Spirit AeroSystems Announces Another Round Of Layoffs
Spirit AeroSystems announced Friday it would lay off 1,450 employees at its Wichita plant amid the reduced demand for commercial airplanes.
It was the latest blow for what traditionally has been Wichita’s largest employer.
Friday’s news follows layoffs in January, a production halt in March and furloughs in April.
The company’s initial problems were caused by the grounding of Boeing’s troubled 737 Max, Spirit’s most important program.
The latest setbacks are a result of the coronavirus pandemic, which has decimated commercial air travel globally.
Both Boeing and Airbus, Spirit’s major customers, recently lowered aircraft production rates because of the pandemic.
Friday’s layoffs begin May 15 and will affect both hourly and salaried employees.
Spirit said smaller layoffs are likely at its facilities in Oklahoma and North Carolina. It said it is reviewing workforce needs at plants in France, Malaysia and Scotland.
"Our actions follow reduced demand from our customers, who have lowered production rates as demand for new airplanes declines due to the impact of COVID-19," Spirit CEO and President Tom Gentile said in a statement.
Spirit said its work on defense programs will continue. It also said some commercial aircraft employees could be moved to defense programs.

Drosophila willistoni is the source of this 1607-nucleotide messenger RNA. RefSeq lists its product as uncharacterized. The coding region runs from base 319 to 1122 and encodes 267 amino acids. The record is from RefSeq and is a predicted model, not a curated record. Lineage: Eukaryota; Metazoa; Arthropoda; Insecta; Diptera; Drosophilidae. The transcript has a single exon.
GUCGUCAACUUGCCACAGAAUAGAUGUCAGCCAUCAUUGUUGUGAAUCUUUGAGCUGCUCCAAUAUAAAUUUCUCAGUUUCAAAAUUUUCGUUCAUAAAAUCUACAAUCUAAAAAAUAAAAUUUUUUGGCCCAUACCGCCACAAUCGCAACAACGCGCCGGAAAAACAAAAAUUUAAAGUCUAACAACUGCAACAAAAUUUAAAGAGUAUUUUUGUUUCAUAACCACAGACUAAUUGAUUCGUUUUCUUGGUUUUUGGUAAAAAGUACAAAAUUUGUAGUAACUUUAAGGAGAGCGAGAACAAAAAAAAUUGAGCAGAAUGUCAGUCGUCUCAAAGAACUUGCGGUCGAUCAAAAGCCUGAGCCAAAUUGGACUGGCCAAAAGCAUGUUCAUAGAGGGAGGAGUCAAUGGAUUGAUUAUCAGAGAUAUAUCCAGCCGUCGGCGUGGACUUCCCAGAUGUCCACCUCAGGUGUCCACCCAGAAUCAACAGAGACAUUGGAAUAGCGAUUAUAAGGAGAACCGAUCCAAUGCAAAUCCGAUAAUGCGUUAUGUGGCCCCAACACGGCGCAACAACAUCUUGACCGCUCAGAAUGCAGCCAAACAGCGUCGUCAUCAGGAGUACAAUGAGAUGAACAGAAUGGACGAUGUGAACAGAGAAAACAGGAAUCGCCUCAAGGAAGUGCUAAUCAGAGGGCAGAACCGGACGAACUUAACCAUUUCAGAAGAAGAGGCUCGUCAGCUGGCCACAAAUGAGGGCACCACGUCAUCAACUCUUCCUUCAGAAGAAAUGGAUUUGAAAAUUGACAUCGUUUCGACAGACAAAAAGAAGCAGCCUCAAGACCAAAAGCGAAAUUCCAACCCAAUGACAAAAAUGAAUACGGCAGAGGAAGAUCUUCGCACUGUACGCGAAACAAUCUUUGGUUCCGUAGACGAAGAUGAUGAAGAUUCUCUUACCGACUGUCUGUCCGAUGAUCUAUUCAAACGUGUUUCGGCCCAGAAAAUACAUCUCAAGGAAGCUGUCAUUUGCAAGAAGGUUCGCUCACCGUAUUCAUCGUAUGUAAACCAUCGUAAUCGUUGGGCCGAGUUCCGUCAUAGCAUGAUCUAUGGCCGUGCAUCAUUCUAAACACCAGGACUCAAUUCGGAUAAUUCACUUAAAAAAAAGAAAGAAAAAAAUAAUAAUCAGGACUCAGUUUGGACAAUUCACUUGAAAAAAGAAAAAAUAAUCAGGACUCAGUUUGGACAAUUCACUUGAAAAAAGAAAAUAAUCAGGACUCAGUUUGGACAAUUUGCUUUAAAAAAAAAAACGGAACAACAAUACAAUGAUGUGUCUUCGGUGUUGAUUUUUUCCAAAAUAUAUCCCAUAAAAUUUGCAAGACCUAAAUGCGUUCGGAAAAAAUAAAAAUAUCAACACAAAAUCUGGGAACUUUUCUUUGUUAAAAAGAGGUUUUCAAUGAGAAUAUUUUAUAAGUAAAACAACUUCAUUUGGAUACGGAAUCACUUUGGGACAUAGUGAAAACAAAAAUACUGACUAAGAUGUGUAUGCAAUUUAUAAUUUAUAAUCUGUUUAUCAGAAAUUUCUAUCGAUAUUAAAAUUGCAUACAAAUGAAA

The company also said 700 employees will transfer to a temporary special project to manufacture medical devices in Wichita. The program is expected to last until at least October.
Spirit said it would release more details on the program in the future.
Friday’s layoffs were the second for Spirit in four months. The company laid off 2,800 employees in January after Boeing halted production of the 737 Max. That program accounts for half of Spirit’s annual revenue.
The plane was grounded after two fatal crashes in 2019. Efforts to get it back into service have been slowed even further by the pandemic.
Spirit halted production on all Boeing programs for two weeks in March after Boeing announced it would suspend work at its facilities in Washington state for two weeks.
Just as the halt was preparing to end, Boeing announced it would suspend production indefinitely. Spirit responded with a 21-day furlough for employees working on Boeing programs.
Employees not furloughed began four-day work weeks, and the company's executives took a 20 percent pay cut.
Earlier this week, Boeing said it would cut 10% of its workforce, which numbered about 160,000 at the beginning of the year. The announcement came after Boeing reported heavy first-quarter losses during an earnings call.
Spirit will announce first-quarter earnings on Wednesday.
"I remain confident in the future of the aviation industry and believe in our ability as a company to weather this pandemic and emerge stronger," Gentile said in a statement.